If you need to yell then you have lost the ability to lead.
Australian Hearing managing director Steve Grundy went from battleships to the boardroom when he ended a career in the Australian Navy.
And that is the standout lesson learned since he traded the epaulets and salutes for a suit and tie.
“If you jump up and down then you have lost the ability for people to follow you,” Grundy told Business Insider.
It is simple advice, based on the thirteen years the second-generation navy man has now spent in the private sector, a long way from the rank tabs that command instant respect in the military.
While you can always just give your staff orders – be they sailors or BDMs – Grundy said his years at sea taught him that you should never need to. Instead, they should want to follow.
“If you have a CEO who loses it, then that manager should not be in that role,” he said.
“They [the military] teach you that you lead women and men, you don’t just give orders.
“You are trained to be a leader. If you are not up to it, you look for another career,” he explained.
While there are times when managers need to be strong, and everyone gets frustrated, Grundy said: “I have found that in the corporate world, it is the same.”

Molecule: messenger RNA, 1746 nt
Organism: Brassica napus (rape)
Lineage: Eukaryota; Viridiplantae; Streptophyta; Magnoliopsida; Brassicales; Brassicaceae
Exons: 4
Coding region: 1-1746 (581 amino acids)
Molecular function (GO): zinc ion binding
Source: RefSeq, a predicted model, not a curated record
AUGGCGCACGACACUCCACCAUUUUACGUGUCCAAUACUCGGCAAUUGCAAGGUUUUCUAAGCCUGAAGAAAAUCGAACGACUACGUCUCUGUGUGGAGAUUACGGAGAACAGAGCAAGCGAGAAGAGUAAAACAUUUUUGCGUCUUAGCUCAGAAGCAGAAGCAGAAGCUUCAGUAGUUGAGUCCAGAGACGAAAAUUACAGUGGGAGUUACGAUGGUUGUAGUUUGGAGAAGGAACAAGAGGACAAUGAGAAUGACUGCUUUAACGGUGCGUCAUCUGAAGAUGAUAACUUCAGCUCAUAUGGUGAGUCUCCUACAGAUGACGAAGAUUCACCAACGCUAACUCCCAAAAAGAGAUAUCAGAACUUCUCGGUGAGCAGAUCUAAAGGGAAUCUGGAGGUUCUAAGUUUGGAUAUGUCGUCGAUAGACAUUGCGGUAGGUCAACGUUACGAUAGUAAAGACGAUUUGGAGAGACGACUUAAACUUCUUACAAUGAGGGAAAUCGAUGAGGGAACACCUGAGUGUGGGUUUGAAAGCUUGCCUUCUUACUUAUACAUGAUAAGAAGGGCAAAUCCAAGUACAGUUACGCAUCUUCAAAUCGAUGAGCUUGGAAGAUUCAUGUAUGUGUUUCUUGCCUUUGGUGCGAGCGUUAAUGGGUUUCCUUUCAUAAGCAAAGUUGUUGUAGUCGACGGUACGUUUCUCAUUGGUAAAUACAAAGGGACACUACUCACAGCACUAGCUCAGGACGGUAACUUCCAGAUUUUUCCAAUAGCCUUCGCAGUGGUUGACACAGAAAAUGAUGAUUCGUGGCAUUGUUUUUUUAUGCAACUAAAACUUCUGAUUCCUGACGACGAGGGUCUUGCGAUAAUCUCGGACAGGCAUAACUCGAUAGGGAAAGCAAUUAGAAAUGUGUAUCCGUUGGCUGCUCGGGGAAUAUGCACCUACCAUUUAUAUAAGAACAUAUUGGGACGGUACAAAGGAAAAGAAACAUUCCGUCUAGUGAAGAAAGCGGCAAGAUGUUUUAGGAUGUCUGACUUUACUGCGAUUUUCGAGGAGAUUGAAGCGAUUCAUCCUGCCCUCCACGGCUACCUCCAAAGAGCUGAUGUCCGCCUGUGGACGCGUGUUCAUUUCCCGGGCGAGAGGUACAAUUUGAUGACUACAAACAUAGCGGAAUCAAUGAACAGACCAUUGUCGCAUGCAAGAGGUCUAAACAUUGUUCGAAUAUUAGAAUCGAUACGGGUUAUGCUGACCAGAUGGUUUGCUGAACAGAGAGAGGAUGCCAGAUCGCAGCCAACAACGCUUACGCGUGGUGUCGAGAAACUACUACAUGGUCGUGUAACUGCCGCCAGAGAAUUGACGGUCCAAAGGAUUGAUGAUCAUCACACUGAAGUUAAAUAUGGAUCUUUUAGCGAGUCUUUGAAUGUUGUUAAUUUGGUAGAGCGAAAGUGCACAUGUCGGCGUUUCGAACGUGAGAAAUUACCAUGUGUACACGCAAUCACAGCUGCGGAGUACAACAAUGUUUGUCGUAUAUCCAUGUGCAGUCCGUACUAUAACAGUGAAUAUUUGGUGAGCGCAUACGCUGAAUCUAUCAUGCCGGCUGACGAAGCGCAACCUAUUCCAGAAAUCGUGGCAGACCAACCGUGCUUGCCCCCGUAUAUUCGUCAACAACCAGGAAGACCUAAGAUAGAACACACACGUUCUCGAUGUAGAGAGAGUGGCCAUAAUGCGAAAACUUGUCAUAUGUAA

Grundy went straight from High School to the Naval College, where he specialised in “ship driving” and mine warfare. His career culminated with a stint as commanding officer of HMAS Rushcutter.
He only had four days off after he was discharged, and has not looked back since.
Now, as the boss of largest hearing services provider in Australia, Grundy said other military leaders should not be scared to make the leap to the private sector, and the skills he and others have been instilled with in the service of their country would serve them well in business.
“When I was a young navy officer, and admiral said to me: ‘Steve, you have just got to back yourself.’”
The admiral also told him that – just as you need to in a company – you must “know everyone on your ship.”
To other Military men and women, Grundy said: “Just have a go, trust yourself.”
While the skills service men and woman leave the armed forces with may not look directly transferable, Grundy said many would be surprised by how qualified they are. He also said it doesn’t take long to shake the idea that military experience means you are not familiar with the nuances of the corporate world.
“A lot of people used to say to me, ‘you have so many great skills, by you are not tested commercially’.
“After a year they said ‘you have so many great skills, and you are tested commercially’. What has really changed in a year?”
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